The Philadelphia School District’s art classes that often keep troubled kids enrolled will be gone next year. The guidance counselors who gently steer high schoolers through the process of applying for college — bye, bye. The sports teams where students learn about collaboration — kaput.
The School Reform Commission adopted a budget Thursday night, 4-1, which would slash the district’s operating funds by about 8 percent and eliminate approximately 3,000 jobs.
Commissioner Joseph Dworetzky cast the sole dissenting vote. Under the approved budget, he said, the schools that open in September would hardly be schools at all, lacking nurses, librarians and music.
“I agree we should adopt a budget today,” Dworetzky said. “I just don’t think this is the budget we should adopt.”
Commissioner Wendell Pritchett said the budget was not “constitutionally adequate,” and he voted for it only to fulfill legal obligations.
The SRC’s vote comes in spite of hundreds of teachers, students and parents who protested against the budget Thursday, begging the SRC to find a way to avoid drastic cuts that come on top of past austerity measures.
“We will not have school security,” student Manaz Bell told the SRC. “This decision will make me feel unsafe.”
SRC chairman Pedro Ramos and Superintendent William Hite said the body was forced to approve the so-called “doomsday” budget because there’s no guarantee that more funding will come through. The SRC does not have the power to tax.
Additionally, they said, the SRC is required by law to pass a budget by May 31.
“To be fiscally responsible, the School District of Philadelphia must live within its means,” Hite said. “This is not the budget that anyone wants.”
But Hite said there is still time to change course. In order to avoid the cuts, school district officials have been begging for $60 million from the city, $120 million from the state, and $133 million in givebacks from unionized district employees.
Ramos said he’s looking forward to the weeks ahead, when the city and state finish hashing out their own budgets. If the district receives a cash infusion at that time, it could amend its budget to reflect that, he said.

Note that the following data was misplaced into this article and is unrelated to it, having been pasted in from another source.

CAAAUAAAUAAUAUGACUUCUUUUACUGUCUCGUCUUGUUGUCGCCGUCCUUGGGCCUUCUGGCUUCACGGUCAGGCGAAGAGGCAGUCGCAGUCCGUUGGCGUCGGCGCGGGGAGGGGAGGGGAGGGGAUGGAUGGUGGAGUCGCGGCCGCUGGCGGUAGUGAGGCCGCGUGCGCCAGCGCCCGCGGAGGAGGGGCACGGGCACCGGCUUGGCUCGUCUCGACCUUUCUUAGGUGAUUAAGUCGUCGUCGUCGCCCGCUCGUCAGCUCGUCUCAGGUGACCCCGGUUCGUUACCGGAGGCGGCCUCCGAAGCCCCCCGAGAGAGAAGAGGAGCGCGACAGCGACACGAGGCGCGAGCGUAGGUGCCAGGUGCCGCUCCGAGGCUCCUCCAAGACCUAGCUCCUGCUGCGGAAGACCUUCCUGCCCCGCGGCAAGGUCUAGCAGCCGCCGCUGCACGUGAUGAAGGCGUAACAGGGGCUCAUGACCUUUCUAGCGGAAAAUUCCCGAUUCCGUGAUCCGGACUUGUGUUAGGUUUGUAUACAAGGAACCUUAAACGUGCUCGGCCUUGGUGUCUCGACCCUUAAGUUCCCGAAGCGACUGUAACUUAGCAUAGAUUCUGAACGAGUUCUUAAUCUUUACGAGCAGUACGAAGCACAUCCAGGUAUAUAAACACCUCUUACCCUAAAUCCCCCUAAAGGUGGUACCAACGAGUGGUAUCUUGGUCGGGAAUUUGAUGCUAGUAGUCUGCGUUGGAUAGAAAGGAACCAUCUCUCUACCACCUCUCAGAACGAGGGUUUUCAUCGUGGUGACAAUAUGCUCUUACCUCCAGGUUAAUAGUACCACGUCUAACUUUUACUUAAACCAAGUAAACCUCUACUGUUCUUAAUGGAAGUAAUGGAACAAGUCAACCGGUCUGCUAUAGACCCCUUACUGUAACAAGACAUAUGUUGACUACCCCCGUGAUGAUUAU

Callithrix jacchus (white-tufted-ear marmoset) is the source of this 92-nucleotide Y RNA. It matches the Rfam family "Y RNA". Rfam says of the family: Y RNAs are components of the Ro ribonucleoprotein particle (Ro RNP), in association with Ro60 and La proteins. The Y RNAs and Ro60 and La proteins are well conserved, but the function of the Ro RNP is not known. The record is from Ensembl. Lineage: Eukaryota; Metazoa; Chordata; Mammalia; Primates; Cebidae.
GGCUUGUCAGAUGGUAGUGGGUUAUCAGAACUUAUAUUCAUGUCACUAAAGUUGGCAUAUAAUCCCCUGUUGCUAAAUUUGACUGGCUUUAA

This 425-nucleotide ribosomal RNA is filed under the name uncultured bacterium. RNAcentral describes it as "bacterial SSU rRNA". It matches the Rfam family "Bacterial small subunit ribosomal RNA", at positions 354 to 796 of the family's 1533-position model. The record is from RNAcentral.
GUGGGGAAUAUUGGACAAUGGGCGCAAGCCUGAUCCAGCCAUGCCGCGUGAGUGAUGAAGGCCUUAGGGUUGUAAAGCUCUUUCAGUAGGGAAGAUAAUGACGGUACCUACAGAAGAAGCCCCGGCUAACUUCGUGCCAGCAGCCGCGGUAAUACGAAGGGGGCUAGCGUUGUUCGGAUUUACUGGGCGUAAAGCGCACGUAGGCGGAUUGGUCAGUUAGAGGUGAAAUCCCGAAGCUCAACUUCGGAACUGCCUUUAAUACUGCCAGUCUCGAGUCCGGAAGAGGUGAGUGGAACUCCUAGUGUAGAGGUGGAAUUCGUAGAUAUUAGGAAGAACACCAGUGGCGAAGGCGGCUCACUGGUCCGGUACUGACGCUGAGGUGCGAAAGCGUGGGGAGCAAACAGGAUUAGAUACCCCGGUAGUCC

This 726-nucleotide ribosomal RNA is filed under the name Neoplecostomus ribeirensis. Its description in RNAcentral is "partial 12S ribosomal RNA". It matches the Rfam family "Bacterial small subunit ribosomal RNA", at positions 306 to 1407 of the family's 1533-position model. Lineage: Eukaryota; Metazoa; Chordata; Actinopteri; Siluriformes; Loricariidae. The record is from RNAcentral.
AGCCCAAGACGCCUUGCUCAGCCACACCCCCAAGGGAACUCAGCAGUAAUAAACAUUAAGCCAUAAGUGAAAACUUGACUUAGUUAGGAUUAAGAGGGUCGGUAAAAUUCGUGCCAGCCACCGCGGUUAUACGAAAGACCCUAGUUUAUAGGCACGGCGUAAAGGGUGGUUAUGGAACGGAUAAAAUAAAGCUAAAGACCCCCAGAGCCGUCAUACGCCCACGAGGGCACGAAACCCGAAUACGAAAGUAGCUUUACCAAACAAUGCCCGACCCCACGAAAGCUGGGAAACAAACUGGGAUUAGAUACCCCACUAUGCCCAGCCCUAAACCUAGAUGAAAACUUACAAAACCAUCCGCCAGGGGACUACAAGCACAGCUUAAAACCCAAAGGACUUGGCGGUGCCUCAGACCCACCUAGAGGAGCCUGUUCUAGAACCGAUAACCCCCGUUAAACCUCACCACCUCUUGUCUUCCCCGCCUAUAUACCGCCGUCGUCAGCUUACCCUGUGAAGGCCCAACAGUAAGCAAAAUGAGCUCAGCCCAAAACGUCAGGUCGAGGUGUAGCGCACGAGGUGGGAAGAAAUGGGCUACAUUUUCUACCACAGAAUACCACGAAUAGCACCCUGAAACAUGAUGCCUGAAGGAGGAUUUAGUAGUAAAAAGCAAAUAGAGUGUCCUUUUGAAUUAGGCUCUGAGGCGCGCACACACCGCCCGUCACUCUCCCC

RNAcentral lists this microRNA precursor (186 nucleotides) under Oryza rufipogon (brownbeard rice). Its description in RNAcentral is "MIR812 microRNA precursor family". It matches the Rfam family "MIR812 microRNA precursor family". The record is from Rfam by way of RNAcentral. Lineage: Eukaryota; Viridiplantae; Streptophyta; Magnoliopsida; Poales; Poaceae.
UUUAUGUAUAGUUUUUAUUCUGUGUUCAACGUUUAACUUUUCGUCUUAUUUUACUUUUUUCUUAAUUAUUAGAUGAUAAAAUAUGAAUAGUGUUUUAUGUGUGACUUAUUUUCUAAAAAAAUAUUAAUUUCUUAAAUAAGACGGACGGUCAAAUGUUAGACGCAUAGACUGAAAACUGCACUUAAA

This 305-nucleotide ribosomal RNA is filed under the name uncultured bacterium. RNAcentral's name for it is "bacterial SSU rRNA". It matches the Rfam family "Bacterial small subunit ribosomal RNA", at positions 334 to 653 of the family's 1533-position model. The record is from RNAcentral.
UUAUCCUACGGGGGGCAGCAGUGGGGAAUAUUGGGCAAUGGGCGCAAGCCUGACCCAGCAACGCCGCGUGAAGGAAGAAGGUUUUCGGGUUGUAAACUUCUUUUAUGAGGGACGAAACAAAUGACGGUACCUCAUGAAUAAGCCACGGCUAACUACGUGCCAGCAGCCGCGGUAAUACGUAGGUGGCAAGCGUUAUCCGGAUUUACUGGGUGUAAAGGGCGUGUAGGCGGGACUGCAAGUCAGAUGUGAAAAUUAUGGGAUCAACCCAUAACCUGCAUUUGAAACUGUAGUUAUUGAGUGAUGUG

But it seems unlikely that the district officials will get everything they say they need.
Philadelphia Federation of Teachers president Jerry Jordan is not budging on concessions.
Erik Arneson, a spokesman for Pennsylvania Senate Republicans, said honest budgeting is appreciated in Harrisburg, but “the issue of finding a source for $120 million in new state funds remains as challenging as ever.”
And the fate of Mayor Michael Nutter’s plan to raise an extra $95 million, mostly through taxes on cigarettes and liquor, is uncertain. A City Council committee approved his $2-per-pack pack cigarette tax proposal, but not a hike in the liquor-by-the-drink tax.
To make matters more complicated, Nutter’s plan requires state legislation.
Another option is Councilwoman Maria Quiñones-Sánchez’s proposal to raise money for the schools by increasing the use-and-occupancy tax, a levy on commercial property owners. Groups like the Greater Philadelphia Chamber of Commerce strongly oppose that plan.
Politicians, parents and students wondered Thursday if there was another way to shore up the school budget. Some said the district ought to look at places like the central office for cuts. Others argued that the city should do a better job collecting the taxes it is owed.
Others still said SRC members should be elected, not appointed — or kicked out altogether.
“May this be your last vote,” said parent activist Helen Gym. “You frittered away countless millions on reckless charter expansion.”
Advocates hope desperately that something pans out. They can’t imagine enduring further cuts to the district, after it has decided to close dozens of schools, reduce nursing staff and downsize the administration.
“We are already doing a lot with less,” said student Daphne Weinstein.
Pritchett, whose two children attend Philly public schools, said the district’s allies should continue demanding additional money from the city and state.
“But if it does not happen,” Pritchett said, “we are certainly going to need to pursue many other avenues before we open the schools in the fall.”